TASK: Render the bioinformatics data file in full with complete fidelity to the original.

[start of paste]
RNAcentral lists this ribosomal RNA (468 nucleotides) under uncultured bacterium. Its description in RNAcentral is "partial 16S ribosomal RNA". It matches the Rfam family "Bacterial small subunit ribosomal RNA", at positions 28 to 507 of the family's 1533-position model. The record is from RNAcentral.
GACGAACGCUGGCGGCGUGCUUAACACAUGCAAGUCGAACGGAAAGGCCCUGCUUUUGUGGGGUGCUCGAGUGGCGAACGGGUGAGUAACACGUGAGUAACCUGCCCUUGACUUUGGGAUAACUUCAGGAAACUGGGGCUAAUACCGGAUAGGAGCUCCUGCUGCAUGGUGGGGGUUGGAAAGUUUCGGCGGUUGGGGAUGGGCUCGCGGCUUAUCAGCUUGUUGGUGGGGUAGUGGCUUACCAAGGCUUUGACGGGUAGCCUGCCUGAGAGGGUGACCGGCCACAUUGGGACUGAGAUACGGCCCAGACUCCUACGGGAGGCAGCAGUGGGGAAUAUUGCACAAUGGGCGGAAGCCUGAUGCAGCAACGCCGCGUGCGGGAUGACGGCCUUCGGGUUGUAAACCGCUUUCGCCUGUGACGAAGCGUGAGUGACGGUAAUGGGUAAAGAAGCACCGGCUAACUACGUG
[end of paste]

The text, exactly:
RNAcentral lists this ribosomal RNA (468 nucleotides) under uncultured bacterium. Its description in RNAcentral is "partial 16S ribosomal RNA". It matches the Rfam family "Bacterial small subunit ribosomal RNA", at positions 28 to 507 of the family's 1533-position model. The record is from RNAcentral.
GACGAACGCUGGCGGCGUGCUUAACACAUGCAAGUCGAACGGAAAGGCCCUGCUUUUGUGGGGUGCUCGAGUGGCGAACGGGUGAGUAACACGUGAGUAACCUGCCCUUGACUUUGGGAUAACUUCAGGAAACUGGGGCUAAUACCGGAUAGGAGCUCCUGCUGCAUGGUGGGGGUUGGAAAGUUUCGGCGGUUGGGGAUGGGCUCGCGGCUUAUCAGCUUGUUGGUGGGGUAGUGGCUUACCAAGGCUUUGACGGGUAGCCUGCCUGAGAGGGUGACCGGCCACAUUGGGACUGAGAUACGGCCCAGACUCCUACGGGAGGCAGCAGUGGGGAAUAUUGCACAAUGGGCGGAAGCCUGAUGCAGCAACGCCGCGUGCGGGAUGACGGCCUUCGGGUUGUAAACCGCUUUCGCCUGUGACGAAGCGUGAGUGACGGUAAUGGGUAAAGAAGCACCGGCUAACUACGUG